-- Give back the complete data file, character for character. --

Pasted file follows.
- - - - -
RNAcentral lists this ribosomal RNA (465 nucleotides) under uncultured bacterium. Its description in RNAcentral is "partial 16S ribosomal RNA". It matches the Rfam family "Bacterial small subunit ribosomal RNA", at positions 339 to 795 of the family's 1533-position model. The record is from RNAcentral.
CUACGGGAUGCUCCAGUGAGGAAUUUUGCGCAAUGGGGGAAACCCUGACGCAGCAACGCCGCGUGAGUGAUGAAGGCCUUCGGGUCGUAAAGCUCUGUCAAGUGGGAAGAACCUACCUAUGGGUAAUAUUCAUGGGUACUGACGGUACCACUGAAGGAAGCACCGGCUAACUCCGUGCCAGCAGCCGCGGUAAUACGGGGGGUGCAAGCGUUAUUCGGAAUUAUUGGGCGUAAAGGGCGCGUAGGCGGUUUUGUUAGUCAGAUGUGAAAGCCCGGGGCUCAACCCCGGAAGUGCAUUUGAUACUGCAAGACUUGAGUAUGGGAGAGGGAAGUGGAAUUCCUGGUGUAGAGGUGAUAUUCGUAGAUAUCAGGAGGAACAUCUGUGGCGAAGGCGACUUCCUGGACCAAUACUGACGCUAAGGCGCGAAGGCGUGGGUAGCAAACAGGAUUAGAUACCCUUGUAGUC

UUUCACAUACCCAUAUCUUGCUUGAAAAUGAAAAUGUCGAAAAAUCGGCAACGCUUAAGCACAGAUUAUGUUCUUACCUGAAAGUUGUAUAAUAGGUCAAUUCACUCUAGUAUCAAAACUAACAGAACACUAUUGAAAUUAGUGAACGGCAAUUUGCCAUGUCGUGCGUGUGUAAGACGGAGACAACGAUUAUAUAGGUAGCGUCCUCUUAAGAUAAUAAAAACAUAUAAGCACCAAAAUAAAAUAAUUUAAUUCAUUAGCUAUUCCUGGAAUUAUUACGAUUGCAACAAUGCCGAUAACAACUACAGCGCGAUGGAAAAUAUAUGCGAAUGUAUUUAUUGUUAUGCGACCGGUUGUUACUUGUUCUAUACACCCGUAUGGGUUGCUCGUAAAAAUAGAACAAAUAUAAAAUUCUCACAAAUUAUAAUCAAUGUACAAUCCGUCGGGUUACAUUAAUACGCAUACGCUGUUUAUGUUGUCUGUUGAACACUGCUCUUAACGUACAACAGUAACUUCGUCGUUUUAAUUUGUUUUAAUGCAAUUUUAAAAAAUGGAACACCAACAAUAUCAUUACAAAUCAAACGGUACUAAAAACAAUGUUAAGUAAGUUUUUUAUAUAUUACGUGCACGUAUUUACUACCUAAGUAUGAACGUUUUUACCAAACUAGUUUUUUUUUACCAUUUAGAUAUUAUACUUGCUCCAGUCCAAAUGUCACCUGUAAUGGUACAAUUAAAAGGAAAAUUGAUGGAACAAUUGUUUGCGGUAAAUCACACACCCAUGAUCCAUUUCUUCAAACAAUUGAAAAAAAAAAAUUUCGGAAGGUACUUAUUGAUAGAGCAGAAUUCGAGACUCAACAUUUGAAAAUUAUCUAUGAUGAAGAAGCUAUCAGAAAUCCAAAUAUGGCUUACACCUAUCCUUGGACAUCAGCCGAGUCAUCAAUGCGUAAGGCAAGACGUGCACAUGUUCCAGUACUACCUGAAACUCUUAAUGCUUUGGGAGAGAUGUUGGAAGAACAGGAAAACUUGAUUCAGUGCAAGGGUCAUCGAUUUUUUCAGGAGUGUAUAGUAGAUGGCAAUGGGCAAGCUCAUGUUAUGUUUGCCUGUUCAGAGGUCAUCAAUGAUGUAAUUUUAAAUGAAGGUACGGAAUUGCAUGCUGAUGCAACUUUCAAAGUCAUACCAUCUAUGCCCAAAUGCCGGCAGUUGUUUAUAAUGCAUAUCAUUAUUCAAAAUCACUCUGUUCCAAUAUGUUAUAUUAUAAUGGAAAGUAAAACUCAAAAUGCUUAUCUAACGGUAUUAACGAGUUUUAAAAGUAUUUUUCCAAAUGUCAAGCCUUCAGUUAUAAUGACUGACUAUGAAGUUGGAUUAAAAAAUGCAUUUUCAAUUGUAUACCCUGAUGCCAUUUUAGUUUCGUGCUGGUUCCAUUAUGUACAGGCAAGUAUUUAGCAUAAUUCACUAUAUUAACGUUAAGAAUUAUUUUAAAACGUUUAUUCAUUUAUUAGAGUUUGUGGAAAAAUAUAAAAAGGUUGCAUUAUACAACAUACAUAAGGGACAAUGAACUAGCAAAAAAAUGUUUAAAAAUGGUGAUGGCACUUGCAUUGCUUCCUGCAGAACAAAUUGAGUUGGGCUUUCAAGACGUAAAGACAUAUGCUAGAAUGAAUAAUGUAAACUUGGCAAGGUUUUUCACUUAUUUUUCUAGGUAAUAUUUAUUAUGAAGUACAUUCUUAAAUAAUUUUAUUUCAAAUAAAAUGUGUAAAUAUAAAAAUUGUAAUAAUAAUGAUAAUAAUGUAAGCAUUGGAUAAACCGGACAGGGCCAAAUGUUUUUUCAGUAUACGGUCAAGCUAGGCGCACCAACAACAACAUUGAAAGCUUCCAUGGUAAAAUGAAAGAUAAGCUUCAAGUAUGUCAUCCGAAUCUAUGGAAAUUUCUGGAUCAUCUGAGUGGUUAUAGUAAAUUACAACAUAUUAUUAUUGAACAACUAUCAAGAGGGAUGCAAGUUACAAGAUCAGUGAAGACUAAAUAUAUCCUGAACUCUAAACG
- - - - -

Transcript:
RNAcentral lists this ribosomal RNA (465 nucleotides) under uncultured bacterium. Its description in RNAcentral is "partial 16S ribosomal RNA". It matches the Rfam family "Bacterial small subunit ribosomal RNA", at positions 339 to 795 of the family's 1533-position model. The record is from RNAcentral.
CUACGGGAUGCUCCAGUGAGGAAUUUUGCGCAAUGGGGGAAACCCUGACGCAGCAACGCCGCGUGAGUGAUGAAGGCCUUCGGGUCGUAAAGCUCUGUCAAGUGGGAAGAACCUACCUAUGGGUAAUAUUCAUGGGUACUGACGGUACCACUGAAGGAAGCACCGGCUAACUCCGUGCCAGCAGCCGCGGUAAUACGGGGGGUGCAAGCGUUAUUCGGAAUUAUUGGGCGUAAAGGGCGCGUAGGCGGUUUUGUUAGUCAGAUGUGAAAGCCCGGGGCUCAACCCCGGAAGUGCAUUUGAUACUGCAAGACUUGAGUAUGGGAGAGGGAAGUGGAAUUCCUGGUGUAGAGGUGAUAUUCGUAGAUAUCAGGAGGAACAUCUGUGGCGAAGGCGACUUCCUGGACCAAUACUGACGCUAAGGCGCGAAGGCGUGGGUAGCAAACAGGAUUAGAUACCCUUGUAGUC

UUUCACAUACCCAUAUCUUGCUUGAAAAUGAAAAUGUCGAAAAAUCGGCAACGCUUAAGCACAGAUUAUGUUCUUACCUGAAAGUUGUAUAAUAGGUCAAUUCACUCUAGUAUCAAAACUAACAGAACACUAUUGAAAUUAGUGAACGGCAAUUUGCCAUGUCGUGCGUGUGUAAGACGGAGACAACGAUUAUAUAGGUAGCGUCCUCUUAAGAUAAUAAAAACAUAUAAGCACCAAAAUAAAAUAAUUUAAUUCAUUAGCUAUUCCUGGAAUUAUUACGAUUGCAACAAUGCCGAUAACAACUACAGCGCGAUGGAAAAUAUAUGCGAAUGUAUUUAUUGUUAUGCGACCGGUUGUUACUUGUUCUAUACACCCGUAUGGGUUGCUCGUAAAAAUAGAACAAAUAUAAAAUUCUCACAAAUUAUAAUCAAUGUACAAUCCGUCGGGUUACAUUAAUACGCAUACGCUGUUUAUGUUGUCUGUUGAACACUGCUCUUAACGUACAACAGUAACUUCGUCGUUUUAAUUUGUUUUAAUGCAAUUUUAAAAAAUGGAACACCAACAAUAUCAUUACAAAUCAAACGGUACUAAAAACAAUGUUAAGUAAGUUUUUUAUAUAUUACGUGCACGUAUUUACUACCUAAGUAUGAACGUUUUUACCAAACUAGUUUUUUUUUACCAUUUAGAUAUUAUACUUGCUCCAGUCCAAAUGUCACCUGUAAUGGUACAAUUAAAAGGAAAAUUGAUGGAACAAUUGUUUGCGGUAAAUCACACACCCAUGAUCCAUUUCUUCAAACAAUUGAAAAAAAAAAAUUUCGGAAGGUACUUAUUGAUAGAGCAGAAUUCGAGACUCAACAUUUGAAAAUUAUCUAUGAUGAAGAAGCUAUCAGAAAUCCAAAUAUGGCUUACACCUAUCCUUGGACAUCAGCCGAGUCAUCAAUGCGUAAGGCAAGACGUGCACAUGUUCCAGUACUACCUGAAACUCUUAAUGCUUUGGGAGAGAUGUUGGAAGAACAGGAAAACUUGAUUCAGUGCAAGGGUCAUCGAUUUUUUCAGGAGUGUAUAGUAGAUGGCAAUGGGCAAGCUCAUGUUAUGUUUGCCUGUUCAGAGGUCAUCAAUGAUGUAAUUUUAAAUGAAGGUACGGAAUUGCAUGCUGAUGCAACUUUCAAAGUCAUACCAUCUAUGCCCAAAUGCCGGCAGUUGUUUAUAAUGCAUAUCAUUAUUCAAAAUCACUCUGUUCCAAUAUGUUAUAUUAUAAUGGAAAGUAAAACUCAAAAUGCUUAUCUAACGGUAUUAACGAGUUUUAAAAGUAUUUUUCCAAAUGUCAAGCCUUCAGUUAUAAUGACUGACUAUGAAGUUGGAUUAAAAAAUGCAUUUUCAAUUGUAUACCCUGAUGCCAUUUUAGUUUCGUGCUGGUUCCAUUAUGUACAGGCAAGUAUUUAGCAUAAUUCACUAUAUUAACGUUAAGAAUUAUUUUAAAACGUUUAUUCAUUUAUUAGAGUUUGUGGAAAAAUAUAAAAAGGUUGCAUUAUACAACAUACAUAAGGGACAAUGAACUAGCAAAAAAAUGUUUAAAAAUGGUGAUGGCACUUGCAUUGCUUCCUGCAGAACAAAUUGAGUUGGGCUUUCAAGACGUAAAGACAUAUGCUAGAAUGAAUAAUGUAAACUUGGCAAGGUUUUUCACUUAUUUUUCUAGGUAAUAUUUAUUAUGAAGUACAUUCUUAAAUAAUUUUAUUUCAAAUAAAAUGUGUAAAUAUAAAAAUUGUAAUAAUAAUGAUAAUAAUGUAAGCAUUGGAUAAACCGGACAGGGCCAAAUGUUUUUUCAGUAUACGGUCAAGCUAGGCGCACCAACAACAACAUUGAAAGCUUCCAUGGUAAAAUGAAAGAUAAGCUUCAAGUAUGUCAUCCGAAUCUAUGGAAAUUUCUGGAUCAUCUGAGUGGUUAUAGUAAAUUACAACAUAUUAUUAUUGAACAACUAUCAAGAGGGAUGCAAGUUACAAGAUCAGUGAAGACUAAAUAUAUCCUGAACUCUAAACG